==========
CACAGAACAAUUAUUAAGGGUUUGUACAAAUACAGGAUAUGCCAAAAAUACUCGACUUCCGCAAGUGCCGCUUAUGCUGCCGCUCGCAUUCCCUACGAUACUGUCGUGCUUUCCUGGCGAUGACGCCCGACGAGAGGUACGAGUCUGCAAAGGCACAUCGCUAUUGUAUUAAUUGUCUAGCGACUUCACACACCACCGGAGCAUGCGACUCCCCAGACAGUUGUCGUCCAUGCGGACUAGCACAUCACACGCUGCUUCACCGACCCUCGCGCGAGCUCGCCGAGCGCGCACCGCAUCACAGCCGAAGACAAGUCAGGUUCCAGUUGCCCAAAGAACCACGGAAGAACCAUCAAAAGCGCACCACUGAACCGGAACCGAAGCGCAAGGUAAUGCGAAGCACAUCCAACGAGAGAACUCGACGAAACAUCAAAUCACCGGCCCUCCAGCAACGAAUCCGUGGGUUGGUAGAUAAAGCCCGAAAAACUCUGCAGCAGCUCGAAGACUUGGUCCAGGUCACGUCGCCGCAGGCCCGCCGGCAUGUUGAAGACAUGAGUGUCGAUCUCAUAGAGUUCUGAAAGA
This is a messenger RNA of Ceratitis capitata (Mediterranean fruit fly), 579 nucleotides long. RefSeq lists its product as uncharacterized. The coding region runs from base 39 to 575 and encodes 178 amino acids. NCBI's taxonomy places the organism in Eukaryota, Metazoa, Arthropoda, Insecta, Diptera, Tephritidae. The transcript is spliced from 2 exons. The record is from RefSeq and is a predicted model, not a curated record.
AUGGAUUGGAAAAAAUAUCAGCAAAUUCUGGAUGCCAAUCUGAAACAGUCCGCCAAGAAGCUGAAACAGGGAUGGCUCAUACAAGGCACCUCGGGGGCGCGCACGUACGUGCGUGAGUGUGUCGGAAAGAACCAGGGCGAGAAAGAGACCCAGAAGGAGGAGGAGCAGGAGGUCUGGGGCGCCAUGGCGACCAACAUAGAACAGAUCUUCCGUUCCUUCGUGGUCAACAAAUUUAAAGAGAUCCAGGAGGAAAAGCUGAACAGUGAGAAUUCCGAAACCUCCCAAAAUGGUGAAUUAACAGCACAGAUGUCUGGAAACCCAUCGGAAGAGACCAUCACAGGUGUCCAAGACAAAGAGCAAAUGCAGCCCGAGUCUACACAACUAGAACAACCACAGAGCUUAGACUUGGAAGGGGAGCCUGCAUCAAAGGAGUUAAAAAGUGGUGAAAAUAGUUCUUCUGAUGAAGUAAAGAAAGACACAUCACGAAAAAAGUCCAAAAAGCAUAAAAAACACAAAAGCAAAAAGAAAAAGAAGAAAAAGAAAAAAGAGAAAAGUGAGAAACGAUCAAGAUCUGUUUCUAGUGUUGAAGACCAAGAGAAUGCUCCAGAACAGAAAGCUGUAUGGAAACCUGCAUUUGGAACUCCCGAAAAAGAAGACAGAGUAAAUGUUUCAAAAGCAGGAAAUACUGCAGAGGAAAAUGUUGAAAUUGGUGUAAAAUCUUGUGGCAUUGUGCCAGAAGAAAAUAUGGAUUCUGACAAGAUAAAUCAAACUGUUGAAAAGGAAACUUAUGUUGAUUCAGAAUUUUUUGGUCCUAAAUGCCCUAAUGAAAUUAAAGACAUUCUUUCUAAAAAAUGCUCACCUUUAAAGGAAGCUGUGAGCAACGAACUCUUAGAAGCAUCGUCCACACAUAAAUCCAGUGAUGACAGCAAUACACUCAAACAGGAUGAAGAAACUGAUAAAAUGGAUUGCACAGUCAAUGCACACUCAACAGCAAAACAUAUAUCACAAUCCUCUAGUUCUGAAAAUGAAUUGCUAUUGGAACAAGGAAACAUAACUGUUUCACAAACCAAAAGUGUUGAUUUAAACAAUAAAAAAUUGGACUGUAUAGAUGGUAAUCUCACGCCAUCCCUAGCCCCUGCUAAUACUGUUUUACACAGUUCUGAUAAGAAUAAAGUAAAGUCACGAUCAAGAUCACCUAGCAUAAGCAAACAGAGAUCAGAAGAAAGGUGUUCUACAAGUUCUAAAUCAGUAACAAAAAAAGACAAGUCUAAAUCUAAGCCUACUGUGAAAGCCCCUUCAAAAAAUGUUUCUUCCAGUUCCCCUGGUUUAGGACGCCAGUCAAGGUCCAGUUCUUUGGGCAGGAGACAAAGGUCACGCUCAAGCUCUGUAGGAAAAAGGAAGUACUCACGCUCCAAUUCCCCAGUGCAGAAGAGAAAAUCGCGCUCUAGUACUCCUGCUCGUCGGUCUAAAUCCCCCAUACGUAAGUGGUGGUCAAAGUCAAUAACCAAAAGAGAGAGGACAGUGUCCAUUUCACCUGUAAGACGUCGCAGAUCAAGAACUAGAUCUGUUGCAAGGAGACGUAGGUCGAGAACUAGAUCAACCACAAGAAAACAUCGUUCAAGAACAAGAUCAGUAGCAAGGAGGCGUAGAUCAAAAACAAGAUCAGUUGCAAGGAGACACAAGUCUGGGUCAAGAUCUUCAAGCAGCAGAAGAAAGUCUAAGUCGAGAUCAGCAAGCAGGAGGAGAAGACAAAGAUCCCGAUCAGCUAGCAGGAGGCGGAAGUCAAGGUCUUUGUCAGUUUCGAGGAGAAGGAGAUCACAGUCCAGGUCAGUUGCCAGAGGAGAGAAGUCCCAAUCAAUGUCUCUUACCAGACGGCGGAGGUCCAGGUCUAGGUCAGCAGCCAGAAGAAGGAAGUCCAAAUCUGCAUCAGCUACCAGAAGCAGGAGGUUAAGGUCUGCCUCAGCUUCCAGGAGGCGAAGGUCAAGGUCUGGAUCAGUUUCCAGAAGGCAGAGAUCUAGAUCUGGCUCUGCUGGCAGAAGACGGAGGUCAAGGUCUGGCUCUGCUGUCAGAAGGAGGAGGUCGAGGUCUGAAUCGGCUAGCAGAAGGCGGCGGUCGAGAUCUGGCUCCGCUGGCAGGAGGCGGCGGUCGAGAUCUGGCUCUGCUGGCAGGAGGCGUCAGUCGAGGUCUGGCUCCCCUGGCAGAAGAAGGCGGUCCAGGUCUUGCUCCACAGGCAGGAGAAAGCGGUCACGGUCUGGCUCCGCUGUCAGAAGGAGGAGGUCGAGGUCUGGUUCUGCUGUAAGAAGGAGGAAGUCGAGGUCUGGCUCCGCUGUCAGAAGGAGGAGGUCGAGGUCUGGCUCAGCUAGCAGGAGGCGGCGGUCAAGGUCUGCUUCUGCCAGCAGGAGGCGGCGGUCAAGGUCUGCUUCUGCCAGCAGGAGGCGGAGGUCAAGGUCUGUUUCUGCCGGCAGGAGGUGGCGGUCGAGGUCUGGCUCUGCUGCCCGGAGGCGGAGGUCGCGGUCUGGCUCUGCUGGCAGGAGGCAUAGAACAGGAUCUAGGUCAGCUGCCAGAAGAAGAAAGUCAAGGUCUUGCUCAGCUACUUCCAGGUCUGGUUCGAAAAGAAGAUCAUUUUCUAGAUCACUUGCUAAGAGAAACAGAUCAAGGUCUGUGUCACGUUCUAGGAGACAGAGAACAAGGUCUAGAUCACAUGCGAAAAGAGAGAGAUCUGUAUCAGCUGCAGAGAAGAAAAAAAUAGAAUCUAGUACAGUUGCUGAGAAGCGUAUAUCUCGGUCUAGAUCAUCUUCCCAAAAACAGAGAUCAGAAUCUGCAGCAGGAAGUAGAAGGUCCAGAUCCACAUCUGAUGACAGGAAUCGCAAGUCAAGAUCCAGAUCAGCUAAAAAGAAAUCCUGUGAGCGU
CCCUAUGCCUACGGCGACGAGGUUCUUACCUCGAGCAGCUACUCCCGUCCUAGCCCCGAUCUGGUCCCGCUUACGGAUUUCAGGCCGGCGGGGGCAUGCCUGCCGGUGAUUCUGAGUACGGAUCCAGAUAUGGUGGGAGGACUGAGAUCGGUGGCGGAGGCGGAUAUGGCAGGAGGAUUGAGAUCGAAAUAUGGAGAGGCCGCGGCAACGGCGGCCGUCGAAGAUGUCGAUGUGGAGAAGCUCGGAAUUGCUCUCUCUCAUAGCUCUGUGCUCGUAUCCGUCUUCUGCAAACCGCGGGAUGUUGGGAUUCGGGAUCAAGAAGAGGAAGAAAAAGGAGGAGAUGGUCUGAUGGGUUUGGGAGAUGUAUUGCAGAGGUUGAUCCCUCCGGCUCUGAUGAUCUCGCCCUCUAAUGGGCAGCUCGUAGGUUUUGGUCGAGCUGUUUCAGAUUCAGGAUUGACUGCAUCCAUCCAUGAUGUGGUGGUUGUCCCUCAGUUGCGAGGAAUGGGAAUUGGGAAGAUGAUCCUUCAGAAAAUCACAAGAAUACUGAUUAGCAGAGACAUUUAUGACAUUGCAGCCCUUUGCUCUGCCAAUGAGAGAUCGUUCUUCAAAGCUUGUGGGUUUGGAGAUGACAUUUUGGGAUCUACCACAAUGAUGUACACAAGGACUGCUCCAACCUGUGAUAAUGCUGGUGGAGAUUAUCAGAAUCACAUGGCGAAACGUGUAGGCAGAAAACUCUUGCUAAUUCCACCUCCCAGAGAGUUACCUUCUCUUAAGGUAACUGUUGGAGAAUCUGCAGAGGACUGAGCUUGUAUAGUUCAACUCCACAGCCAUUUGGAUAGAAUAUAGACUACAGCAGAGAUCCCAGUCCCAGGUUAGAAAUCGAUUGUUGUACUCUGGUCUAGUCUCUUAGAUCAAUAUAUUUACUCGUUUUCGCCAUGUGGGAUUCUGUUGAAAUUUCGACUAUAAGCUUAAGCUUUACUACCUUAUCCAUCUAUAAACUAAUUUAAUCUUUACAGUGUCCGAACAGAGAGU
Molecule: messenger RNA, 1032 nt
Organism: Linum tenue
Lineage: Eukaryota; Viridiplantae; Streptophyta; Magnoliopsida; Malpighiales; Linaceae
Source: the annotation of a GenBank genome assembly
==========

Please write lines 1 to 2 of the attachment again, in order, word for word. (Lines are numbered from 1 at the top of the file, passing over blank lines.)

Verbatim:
CACAGAACAAUUAUUAAGGGUUUGUACAAAUACAGGAUAUGCCAAAAAUACUCGACUUCCGCAAGUGCCGCUUAUGCUGCCGCUCGCAUUCCCUACGAUACUGUCGUGCUUUCCUGGCGAUGACGCCCGACGAGAGGUACGAGUCUGCAAAGGCACAUCGCUAUUGUAUUAAUUGUCUAGCGACUUCACACACCACCGGAGCAUGCGACUCCCCAGACAGUUGUCGUCCAUGCGGACUAGCACAUCACACGCUGCUUCACCGACCCUCGCGCGAGCUCGCCGAGCGCGCACCGCAUCACAGCCGAAGACAAGUCAGGUUCCAGUUGCCCAAAGAACCACGGAAGAACCAUCAAAAGCGCACCACUGAACCGGAACCGAAGCGCAAGGUAAUGCGAAGCACAUCCAACGAGAGAACUCGACGAAACAUCAAAUCACCGGCCCUCCAGCAACGAAUCCGUGGGUUGGUAGAUAAAGCCCGAAAAACUCUGCAGCAGCUCGAAGACUUGGUCCAGGUCACGUCGCCGCAGGCCCGCCGGCAUGUUGAAGACAUGAGUGUCGAUCUCAUAGAGUUCUGAAAGA
This is a messenger RNA of Ceratitis capitata (Mediterranean fruit fly), 579 nucleotides long. RefSeq lists its product as uncharacterized. The coding region runs from base 39 to 575 and encodes 178 amino acids. NCBI's taxonomy places the organism in Eukaryota, Metazoa, Arthropoda, Insecta, Diptera, Tephritidae. The transcript is spliced from 2 exons. The record is from RefSeq and is a predicted model, not a curated record.